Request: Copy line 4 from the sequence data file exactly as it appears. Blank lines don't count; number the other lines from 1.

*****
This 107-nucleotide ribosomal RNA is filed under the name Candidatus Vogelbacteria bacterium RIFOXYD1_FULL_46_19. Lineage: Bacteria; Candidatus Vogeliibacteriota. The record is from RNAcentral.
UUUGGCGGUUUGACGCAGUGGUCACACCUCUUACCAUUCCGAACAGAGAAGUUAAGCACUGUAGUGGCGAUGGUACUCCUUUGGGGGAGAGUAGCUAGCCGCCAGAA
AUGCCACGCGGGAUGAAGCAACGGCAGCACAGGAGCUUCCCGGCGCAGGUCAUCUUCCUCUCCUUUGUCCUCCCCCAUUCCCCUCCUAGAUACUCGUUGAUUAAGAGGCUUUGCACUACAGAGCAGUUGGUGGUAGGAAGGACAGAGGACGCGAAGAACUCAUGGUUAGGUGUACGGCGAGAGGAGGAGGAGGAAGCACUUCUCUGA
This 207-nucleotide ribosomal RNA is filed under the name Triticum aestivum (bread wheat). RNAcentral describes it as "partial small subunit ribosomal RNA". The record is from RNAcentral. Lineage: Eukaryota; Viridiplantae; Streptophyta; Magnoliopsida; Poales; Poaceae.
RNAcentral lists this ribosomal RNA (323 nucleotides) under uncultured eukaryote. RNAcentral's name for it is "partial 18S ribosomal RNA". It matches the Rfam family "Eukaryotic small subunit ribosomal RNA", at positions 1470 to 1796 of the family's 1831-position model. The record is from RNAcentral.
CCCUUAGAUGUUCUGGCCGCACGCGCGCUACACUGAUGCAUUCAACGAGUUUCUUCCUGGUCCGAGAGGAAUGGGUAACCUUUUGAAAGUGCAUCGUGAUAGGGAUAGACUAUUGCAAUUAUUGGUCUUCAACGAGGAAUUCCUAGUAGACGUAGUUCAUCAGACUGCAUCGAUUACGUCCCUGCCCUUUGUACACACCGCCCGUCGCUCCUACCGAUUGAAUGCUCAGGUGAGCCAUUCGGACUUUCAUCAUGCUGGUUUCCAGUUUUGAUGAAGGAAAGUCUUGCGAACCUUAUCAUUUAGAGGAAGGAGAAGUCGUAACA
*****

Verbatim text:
This 207-nucleotide ribosomal RNA is filed under the name Triticum aestivum (bread wheat). RNAcentral describes it as "partial small subunit ribosomal RNA". The record is from RNAcentral. Lineage: Eukaryota; Viridiplantae; Streptophyta; Magnoliopsida; Poales; Poaceae.